The Reef Tiki Bar Palm Springs
The Reef Tiki Bar Palm Springs
The Reef Tiki Bar Palm Springs
The Reef Tiki Bar Palm Springs
The Reef Tiki Bar Palm Springs
The Reef Tiki Bar Palm Springs

It was Valentine’s Day, and we had a reservation at The Purple Palm restaurant in the Colony Palms Hotel. We went to dinner a bit tipsy.

Valentines Day had a prefix menu at $75 per person, which included an amuse bouche, a starter, a main dish, and a dessert. Our big splurge of the weekend.

The Purple Palm restaurant Palm Springs
The Purple Palm restaurant Palm Springs

The amuse bouche was a goat cheese bite (can’t remember what it was), and house baked bread with truffle butter, which we devoured. For our starters we both chose the Heirloom Pumpkin Soup with blue crab, lemon crema, and Thai basil. It was delicious.

The Purple Palm restaurant Palm Springs
Pumpkin soup with blue crab, lemon crema, and Thai basil at The Purple Palm restaurant Palm Springs

For our mains, Paddy had the Golden West Ranch strip steak with mushroom, leek, shishito, broccoli, yam, and black garlic. I was waffling between the quail and the salmon, but upon learning that the salmon was farmed, I went with the quail. We are in the desert after all–seafood isn’t what this area is known for. The quail dish was a brand new dish they were debuting that evening, with asparagus, hazlenut, and blackberries.

The Purple Palm restaurant Palm Springs
Quail dish with asparagus and hazlenuts
The Purple Palm restaurant Palm Springs
Golden West Ranch Strip Steak at the Purple Palm restaurant

For dessert we ordered one of each of the two desserts offered: The roasted pineapple and preserved lemon tart, and the carmelized banana and chocolate custard cake.

Desserts at The Purple Palm Restaurant
Desserts at The Purple Palm Restaurant

Everything was outstanding, and the perfect amount of food. I’m still thinking about that fresh baked bread and truffle butter.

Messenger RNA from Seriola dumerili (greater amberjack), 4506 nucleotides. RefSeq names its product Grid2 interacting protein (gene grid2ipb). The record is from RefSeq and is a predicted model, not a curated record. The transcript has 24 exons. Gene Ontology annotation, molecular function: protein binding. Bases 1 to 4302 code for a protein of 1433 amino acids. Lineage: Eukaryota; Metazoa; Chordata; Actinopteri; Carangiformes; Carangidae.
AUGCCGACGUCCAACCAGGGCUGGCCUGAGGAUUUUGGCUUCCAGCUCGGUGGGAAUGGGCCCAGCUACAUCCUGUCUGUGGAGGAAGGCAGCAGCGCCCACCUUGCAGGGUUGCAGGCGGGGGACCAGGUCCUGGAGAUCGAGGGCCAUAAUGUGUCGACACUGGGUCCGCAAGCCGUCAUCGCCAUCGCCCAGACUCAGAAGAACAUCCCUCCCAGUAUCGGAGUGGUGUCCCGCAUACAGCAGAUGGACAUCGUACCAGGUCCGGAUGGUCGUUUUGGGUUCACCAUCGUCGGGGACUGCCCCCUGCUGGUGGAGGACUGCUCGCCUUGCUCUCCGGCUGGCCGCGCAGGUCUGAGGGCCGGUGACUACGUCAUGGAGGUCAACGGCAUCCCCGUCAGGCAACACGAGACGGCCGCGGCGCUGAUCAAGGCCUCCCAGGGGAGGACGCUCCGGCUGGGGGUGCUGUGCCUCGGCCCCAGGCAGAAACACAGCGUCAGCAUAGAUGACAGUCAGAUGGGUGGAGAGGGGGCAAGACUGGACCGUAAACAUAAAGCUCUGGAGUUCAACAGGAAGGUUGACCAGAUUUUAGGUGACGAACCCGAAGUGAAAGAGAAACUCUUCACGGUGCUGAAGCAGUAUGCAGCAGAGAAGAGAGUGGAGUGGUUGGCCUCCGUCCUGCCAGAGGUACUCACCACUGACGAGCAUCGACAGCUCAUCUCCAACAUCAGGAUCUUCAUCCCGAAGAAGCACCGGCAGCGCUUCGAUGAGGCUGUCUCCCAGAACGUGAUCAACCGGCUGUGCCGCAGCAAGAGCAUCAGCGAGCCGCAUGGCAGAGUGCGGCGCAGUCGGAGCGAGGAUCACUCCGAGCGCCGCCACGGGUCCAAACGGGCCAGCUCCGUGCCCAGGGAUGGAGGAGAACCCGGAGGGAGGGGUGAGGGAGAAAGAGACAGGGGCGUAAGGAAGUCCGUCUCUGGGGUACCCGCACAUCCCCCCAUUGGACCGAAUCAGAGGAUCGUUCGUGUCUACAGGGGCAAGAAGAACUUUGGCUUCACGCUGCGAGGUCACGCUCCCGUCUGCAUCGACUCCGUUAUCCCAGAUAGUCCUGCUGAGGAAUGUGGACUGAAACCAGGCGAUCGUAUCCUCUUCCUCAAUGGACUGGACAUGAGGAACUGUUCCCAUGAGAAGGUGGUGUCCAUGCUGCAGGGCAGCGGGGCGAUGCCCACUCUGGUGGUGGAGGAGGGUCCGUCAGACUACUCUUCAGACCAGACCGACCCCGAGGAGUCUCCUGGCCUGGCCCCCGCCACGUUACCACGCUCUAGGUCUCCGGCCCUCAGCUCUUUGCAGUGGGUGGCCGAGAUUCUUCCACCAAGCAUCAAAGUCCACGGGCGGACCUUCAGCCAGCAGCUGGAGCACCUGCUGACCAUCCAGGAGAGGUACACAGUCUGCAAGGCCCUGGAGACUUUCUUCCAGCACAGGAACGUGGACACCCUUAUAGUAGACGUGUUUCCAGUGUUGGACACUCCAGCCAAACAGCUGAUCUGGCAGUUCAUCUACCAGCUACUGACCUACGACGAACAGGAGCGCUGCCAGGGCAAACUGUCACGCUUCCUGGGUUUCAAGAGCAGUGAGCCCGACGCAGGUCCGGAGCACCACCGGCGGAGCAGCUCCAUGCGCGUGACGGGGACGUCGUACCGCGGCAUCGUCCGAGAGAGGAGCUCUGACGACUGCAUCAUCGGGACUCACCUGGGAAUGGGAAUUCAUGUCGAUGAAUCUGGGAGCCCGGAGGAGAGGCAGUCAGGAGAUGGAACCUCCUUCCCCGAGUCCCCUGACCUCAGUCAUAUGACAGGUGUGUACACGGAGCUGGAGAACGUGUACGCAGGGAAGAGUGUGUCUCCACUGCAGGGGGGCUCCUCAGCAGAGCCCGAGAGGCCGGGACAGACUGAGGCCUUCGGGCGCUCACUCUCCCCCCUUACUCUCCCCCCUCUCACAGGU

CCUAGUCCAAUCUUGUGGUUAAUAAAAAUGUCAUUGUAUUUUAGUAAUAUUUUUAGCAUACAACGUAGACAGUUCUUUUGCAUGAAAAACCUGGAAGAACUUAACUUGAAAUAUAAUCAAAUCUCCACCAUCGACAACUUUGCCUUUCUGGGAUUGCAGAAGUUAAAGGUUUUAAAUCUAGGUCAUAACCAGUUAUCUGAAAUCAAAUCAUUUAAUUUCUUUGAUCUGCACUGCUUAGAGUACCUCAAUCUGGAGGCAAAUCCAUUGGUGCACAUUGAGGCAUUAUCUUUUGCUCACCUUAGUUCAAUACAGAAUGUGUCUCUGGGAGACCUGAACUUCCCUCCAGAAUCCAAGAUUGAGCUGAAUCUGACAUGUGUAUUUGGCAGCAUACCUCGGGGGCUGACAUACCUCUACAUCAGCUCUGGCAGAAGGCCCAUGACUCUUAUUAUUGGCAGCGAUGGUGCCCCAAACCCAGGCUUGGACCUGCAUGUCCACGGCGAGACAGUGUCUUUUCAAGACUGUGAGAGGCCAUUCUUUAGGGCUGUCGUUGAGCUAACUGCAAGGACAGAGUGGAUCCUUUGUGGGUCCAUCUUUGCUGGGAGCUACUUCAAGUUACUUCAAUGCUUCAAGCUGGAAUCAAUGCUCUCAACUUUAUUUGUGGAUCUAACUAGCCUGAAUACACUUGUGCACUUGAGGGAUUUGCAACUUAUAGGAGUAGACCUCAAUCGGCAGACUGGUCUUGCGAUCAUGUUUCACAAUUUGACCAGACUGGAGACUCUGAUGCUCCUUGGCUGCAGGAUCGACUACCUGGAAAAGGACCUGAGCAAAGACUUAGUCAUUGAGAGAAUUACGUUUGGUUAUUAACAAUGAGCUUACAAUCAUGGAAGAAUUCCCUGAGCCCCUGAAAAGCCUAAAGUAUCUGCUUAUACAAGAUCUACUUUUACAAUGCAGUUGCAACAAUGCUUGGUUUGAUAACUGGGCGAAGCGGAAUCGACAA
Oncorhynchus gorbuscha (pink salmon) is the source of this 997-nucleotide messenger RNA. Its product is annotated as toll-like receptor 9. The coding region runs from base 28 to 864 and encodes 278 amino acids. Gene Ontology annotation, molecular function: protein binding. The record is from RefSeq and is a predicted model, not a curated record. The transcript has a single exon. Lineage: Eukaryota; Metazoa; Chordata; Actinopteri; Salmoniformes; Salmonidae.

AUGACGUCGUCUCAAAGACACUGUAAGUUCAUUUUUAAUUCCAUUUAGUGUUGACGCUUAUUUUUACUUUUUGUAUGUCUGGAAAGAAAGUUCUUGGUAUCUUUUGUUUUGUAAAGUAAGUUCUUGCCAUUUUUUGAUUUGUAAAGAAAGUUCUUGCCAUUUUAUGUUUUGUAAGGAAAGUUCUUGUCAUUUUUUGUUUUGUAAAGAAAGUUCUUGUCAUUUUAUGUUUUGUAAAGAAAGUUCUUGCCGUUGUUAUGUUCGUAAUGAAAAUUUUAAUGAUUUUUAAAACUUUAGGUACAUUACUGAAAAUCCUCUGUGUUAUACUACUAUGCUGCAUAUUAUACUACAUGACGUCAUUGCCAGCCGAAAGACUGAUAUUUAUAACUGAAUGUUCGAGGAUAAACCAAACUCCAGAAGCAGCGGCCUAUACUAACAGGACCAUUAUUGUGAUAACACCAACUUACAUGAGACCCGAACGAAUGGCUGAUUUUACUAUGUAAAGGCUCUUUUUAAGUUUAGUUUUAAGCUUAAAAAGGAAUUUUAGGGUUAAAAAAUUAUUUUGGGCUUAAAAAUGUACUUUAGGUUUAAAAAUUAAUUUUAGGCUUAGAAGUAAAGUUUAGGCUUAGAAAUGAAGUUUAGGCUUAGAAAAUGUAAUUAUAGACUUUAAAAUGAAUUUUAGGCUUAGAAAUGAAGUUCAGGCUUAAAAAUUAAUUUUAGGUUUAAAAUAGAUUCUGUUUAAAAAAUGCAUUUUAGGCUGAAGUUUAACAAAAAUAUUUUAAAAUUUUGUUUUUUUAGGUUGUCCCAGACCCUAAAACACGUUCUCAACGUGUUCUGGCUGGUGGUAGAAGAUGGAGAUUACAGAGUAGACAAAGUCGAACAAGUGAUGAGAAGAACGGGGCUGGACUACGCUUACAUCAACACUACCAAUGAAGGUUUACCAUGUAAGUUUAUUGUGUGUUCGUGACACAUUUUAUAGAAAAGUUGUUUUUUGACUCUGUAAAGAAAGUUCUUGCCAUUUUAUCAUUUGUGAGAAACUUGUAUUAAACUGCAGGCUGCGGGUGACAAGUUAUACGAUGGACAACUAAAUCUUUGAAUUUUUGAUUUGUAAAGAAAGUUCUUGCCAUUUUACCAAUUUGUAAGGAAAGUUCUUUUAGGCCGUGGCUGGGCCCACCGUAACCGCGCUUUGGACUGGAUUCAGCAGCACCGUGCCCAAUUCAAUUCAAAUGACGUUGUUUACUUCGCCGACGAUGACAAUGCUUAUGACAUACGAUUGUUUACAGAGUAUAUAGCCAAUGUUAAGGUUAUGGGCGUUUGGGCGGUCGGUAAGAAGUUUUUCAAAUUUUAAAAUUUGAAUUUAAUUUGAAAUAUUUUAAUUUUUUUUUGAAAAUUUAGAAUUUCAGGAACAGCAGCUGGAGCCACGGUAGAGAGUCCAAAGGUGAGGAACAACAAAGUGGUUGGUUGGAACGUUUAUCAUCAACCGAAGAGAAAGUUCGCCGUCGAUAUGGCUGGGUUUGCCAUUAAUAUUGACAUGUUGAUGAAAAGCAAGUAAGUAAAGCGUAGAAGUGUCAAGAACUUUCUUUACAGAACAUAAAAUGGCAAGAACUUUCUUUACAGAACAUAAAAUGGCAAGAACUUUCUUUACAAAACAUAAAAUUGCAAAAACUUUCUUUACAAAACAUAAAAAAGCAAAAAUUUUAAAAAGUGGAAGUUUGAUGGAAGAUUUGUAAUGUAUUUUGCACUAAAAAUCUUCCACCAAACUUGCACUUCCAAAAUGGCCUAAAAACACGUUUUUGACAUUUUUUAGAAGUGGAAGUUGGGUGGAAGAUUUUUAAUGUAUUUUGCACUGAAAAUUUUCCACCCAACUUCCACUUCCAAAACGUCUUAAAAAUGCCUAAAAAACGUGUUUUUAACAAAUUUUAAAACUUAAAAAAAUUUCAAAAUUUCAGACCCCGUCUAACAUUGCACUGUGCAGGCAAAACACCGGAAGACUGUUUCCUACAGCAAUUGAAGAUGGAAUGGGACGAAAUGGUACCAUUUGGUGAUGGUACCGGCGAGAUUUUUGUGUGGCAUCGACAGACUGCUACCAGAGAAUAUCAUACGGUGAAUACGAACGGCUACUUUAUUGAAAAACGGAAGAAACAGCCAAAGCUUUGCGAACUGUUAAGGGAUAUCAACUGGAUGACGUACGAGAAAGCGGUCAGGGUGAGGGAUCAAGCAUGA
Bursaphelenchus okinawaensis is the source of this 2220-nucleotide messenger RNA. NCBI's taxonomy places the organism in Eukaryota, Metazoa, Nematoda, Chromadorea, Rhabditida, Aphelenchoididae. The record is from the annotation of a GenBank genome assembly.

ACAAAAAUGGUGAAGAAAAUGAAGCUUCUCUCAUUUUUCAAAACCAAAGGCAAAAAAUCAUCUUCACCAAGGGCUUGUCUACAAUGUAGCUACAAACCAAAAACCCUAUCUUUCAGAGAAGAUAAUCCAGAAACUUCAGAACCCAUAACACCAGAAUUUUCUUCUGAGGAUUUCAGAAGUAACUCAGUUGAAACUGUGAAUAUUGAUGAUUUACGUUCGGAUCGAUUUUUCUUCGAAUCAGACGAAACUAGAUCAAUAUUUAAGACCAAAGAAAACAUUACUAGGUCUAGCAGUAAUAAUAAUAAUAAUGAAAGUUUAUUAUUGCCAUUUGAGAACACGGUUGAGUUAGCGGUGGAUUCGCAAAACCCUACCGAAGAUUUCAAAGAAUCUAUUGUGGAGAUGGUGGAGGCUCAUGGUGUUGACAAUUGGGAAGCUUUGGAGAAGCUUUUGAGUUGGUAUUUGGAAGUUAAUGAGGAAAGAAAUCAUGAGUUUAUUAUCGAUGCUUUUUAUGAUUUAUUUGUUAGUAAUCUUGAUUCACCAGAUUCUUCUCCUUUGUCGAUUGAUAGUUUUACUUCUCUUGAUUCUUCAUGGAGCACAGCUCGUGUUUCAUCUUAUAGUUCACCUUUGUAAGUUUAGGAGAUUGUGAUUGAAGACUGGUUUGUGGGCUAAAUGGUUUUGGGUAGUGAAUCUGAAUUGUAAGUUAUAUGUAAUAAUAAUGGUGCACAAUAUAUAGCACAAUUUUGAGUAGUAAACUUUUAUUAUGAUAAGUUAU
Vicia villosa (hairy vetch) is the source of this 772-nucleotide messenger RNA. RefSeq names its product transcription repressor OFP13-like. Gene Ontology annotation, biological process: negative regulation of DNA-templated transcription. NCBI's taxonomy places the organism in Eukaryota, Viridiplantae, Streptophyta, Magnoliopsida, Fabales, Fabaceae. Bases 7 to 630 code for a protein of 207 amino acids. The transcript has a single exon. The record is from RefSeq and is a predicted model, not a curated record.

Day 2:

On our second day, we had resolved our rental car problems with the help of Enterprise, and they picked us up and got us on the road to Joshua Tree National Park.

On the way to Joshua Tree, we stopped off in Pioneer Town in the high desert to have lunch at Pappi and Harriets Pioneertown Palace. Upon stepping out of the car, we realized that we had severely mis-judged the temperature of the high desert when we were greeted with cold winds. Our shorts and t-shirts/tank top did not suffice. I had a light sweater, but it wasn’t enough. We rushed into the restaurant.

Inside was a cozy, busy contrast to the chilly desolate desert outside. The restaurant was full of lunch patrons enjoying BBQ with a warm fire in a fireplace in the bar room area.

Pappi and Harriets bar and restaurant in Pioneer Town
Pappi and Harriets bar and restaurant in Pioneer Town

Pappi & Harriet’s Pioneertown Palace not only has great BBQ, but is well known for it’s music shows in the evenings. Quite a few big name artists have performed at Pappi & Harriets. There is a small stage in the dining area, but the outside appears to be set up for large outdoor shows as well during warmer weather. If you’re in the area, you might check their calendar to see who is playing.

Funky wall with colored bottle windows at Pappi & Harriets
Funky wall with colored bottle windows at Pappi & Harriets
Indoor stage at Pappi & Harriets
Indoor stage at Pappi & Harriets
Many big name music artists have performed here, such as Wanda Jackson
Many big name music artists have performed here, such as Wanda Jackson